Saturday, November 30, 2013

Fall

I know I haven't posted in a reeeally long time. I haven't forgotten about my blog. I'm going to try to be better about posting more regularly.

I want to say thank you to A Sonoma Garden for the Pharmaca gift card I won on their blog back in late August. My Mom and I finally got around to making a trip over to one of their stores. I had a lot of fun picking out my purchases. There is certainly a lot to choose from. I settled on the Flora Udo's oil 3.6.9 , Rainbow Light food based calcium, and a bottle of Home Health castor oil. I have to say I've never used castor oil, but I don't know how many times I have read about the different uses for it, so I figure its a good thing to keep on the shelf.

Anyhooo, my Mom and I gathered up our large bounty of heirloom pumpkins, and winter squash from the garden. Since we don't have anywhere to store them, we piled them all up on the front porch. Some of the varieties we grew are: Jarrahdale, Dickinson, Sucrine Du Berry, Sweet Dumpling, and Delicata. My Mom made 2 pumpkin pies for Thanksgiving, out of a Jarrahdale, and they are sooooo good. I don't know why, but I had it stuck in my head that the flesh of the blue pumpkins is also blue inside, so I got quite a surprise to see when cut open they are bright orange.




The pasture is going dormant, but there is still a little green for the goats to nibble on.


The goats have really been working hard on the berry bush nextdoor.



I really don't know how they managed to push the vines over.


They exposed this young mulberry tree that had been devoured by the vines. I was surprised that they didn't eat the bark off of it. I guess it must not taste as good.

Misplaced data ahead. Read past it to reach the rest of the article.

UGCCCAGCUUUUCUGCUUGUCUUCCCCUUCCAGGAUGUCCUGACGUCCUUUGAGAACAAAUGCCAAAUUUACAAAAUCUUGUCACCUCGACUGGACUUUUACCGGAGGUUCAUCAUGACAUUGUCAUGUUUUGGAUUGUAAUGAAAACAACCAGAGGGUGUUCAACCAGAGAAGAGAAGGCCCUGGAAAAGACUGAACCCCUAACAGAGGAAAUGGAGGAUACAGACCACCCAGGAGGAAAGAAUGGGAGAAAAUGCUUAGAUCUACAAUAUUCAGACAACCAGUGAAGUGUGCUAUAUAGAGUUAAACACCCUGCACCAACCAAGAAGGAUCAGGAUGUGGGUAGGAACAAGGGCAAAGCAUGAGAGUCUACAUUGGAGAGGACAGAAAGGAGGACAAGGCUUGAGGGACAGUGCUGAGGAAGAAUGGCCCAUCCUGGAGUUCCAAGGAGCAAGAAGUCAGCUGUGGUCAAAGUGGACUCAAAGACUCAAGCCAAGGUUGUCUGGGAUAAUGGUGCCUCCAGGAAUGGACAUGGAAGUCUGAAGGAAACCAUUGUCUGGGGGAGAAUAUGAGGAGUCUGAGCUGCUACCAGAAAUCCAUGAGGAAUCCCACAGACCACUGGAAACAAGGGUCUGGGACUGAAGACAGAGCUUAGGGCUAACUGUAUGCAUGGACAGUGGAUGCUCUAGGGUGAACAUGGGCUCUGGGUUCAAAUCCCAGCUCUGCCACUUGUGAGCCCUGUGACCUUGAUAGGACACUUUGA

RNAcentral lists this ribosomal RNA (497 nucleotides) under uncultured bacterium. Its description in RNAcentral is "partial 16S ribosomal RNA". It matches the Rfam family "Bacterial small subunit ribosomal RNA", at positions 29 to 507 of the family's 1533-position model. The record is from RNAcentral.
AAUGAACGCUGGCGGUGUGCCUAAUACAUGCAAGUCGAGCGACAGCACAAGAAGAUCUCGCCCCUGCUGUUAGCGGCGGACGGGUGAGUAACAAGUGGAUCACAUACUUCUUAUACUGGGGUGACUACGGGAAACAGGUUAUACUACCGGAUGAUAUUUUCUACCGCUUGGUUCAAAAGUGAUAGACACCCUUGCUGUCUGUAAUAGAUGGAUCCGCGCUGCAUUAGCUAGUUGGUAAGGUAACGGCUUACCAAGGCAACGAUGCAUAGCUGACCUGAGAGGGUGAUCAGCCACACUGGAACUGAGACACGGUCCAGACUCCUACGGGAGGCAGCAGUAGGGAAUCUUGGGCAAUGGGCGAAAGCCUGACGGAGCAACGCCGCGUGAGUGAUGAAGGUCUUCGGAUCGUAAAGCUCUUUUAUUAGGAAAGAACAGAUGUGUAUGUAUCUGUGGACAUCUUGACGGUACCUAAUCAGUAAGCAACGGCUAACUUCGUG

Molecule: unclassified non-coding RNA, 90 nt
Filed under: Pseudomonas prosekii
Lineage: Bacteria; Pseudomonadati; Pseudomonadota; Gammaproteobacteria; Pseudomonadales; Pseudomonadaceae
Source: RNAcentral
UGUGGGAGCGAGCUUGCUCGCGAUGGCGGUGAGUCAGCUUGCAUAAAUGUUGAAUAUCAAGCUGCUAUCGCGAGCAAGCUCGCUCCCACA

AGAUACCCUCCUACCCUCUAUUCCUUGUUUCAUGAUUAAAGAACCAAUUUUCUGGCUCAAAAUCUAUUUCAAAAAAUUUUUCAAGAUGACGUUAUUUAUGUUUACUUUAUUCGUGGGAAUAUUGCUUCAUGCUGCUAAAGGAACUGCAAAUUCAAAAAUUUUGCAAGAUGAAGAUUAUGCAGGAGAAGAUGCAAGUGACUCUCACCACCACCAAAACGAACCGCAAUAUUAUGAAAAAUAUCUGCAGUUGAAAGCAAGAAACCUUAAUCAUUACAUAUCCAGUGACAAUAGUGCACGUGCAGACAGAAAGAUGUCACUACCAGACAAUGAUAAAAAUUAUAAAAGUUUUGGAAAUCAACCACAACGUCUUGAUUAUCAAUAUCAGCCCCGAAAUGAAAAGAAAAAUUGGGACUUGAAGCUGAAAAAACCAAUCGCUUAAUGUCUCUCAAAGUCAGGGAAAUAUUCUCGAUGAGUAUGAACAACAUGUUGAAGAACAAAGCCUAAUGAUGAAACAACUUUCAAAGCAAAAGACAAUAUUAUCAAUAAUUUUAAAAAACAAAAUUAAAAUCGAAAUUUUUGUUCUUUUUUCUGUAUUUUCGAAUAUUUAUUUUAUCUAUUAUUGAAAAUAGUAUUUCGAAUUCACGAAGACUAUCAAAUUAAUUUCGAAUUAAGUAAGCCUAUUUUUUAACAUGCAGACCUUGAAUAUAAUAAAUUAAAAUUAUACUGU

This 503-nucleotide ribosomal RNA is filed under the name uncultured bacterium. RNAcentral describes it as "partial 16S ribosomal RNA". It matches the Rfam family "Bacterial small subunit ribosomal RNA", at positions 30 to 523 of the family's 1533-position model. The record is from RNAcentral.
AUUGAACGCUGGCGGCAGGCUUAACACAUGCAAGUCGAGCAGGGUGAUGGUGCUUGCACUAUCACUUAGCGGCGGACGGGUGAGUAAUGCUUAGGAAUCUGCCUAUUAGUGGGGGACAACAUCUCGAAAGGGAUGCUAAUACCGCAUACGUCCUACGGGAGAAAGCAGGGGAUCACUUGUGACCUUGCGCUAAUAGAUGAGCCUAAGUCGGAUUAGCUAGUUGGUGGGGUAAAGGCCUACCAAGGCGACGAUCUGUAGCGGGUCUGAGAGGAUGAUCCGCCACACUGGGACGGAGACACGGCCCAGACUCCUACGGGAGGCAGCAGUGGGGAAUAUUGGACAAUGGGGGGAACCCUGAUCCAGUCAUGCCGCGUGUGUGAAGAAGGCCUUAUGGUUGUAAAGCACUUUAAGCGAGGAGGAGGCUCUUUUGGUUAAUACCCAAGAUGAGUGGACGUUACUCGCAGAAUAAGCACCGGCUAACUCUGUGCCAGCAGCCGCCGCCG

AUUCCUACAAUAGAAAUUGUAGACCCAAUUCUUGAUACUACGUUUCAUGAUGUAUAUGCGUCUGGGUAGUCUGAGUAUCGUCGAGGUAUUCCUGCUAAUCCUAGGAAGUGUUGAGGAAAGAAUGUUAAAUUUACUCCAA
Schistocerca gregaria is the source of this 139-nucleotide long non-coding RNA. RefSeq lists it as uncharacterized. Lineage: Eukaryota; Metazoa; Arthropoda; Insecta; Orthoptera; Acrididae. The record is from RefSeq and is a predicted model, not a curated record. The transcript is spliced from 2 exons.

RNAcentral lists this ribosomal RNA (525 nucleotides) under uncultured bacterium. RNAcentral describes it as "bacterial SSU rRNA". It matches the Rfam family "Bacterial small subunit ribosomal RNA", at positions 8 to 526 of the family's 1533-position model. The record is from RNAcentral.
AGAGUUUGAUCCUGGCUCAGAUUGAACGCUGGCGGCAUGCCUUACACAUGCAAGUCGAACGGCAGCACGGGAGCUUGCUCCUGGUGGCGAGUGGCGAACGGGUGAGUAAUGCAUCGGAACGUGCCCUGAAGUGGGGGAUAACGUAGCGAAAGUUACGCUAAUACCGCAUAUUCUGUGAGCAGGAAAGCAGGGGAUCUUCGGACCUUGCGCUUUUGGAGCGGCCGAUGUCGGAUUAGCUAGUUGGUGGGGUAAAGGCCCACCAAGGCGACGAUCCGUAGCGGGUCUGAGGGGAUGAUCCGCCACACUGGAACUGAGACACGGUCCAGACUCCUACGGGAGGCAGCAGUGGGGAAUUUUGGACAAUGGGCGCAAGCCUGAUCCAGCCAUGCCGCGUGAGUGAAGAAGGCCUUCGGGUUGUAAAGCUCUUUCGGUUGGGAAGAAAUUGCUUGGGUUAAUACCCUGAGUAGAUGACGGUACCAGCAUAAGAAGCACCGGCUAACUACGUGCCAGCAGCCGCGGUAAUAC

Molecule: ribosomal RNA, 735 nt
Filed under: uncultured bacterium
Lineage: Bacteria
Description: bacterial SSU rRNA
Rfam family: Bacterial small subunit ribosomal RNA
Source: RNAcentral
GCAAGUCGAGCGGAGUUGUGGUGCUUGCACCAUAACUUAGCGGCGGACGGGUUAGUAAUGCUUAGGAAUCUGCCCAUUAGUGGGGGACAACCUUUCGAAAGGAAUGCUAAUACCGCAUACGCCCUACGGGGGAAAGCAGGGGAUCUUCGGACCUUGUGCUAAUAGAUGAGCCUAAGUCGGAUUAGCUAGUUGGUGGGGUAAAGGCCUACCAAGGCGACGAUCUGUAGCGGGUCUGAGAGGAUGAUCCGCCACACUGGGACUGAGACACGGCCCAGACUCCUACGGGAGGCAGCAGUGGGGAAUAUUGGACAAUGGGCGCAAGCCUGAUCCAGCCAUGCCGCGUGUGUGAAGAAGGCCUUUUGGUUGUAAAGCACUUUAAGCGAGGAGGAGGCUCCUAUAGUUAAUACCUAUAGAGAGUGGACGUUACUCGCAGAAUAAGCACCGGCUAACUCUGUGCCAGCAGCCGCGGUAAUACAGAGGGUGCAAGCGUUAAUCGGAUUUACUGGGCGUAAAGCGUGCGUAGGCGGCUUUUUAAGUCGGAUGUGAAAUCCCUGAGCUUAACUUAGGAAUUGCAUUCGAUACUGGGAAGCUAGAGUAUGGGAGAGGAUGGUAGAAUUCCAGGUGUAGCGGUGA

Grazing their way home.


 Violet is ALWAYS the last one home. She gets so sidetracked eating that she doesn't realize the whole herd has gone home and left her. And of course she has to bawl the whole way home. She's so cute and sweet. Each goat definitely has their own personality.


Vicky enjoying some of the 12-row Bantam heirloom corn I was saving. I gave her this piece, and she ate every kernel off the cob. (I guess I need to clean the spider webs down there!)


I strung up some of the peppers my Mom grew. These are a few varieties of habanero's.




Fish peppers


They have such pretty stripped colors.


These is the habanero plants after all the peppers have been picked. They are at least 4 1/2 foot tall.


I just picked a bunch of these the other day to save some seeds. They are soooo pretty. They change color from purple - cream - yellow - orange - red. While picking I found a nice big red pepper, and took a nibble off the end. Boy was that a mistake! There hot! I was glad I only took a nibble : ) These tiny little peppers are packed full of seeds. I only had to open maybe 20 peppers to get several hundred seeds.


I have so many pictures that I just haven't gotten around to posting. I will try to get some more up SOON.

3 comments:

Harry Flashman said...

I liked your photos, you must have a very good camera since they come out so well. We had two black nubian goats. I got them to eat the grass in our meadow, but they ate my wife's flowers, the side of my log house, and even wiring on my F250 truck. I had to give them to a man who kept goats. He kept them as pets, in a big meadow. One of them passed away but I still see the other sometimes when I drive by there.

Beautiful pumpkins your family grew. I can raise Indian Corn but the red clay here isn't very good for much else without an awful lot of work.

Tiffany said...

Wow! Your bounty of pumpkins and squash is impressive. And those peppers look great too. Looking forward to more pictures. :)

An At Home Daughter said...

Mr. Harry-
Actually I don't have a fancy camera. I use my Moms Kodak Easy Share, which must be about 8 years old now. Sometimes I think it has a mind of its own, and not in a good way ; )

Hahaha goats sure will do that. Ours are contained to our pasture or the neighbors. I have fenced off the tree's in the back of the pasture and the side. I close them off from the tree's when the weather is cold to keep them from girdling the tree's.
We have the same problem with heavy clay in our soil also. My family has spent 27 years trying to build up the depleted soil, and its still not great. That's why I like raised beds.

Kimberly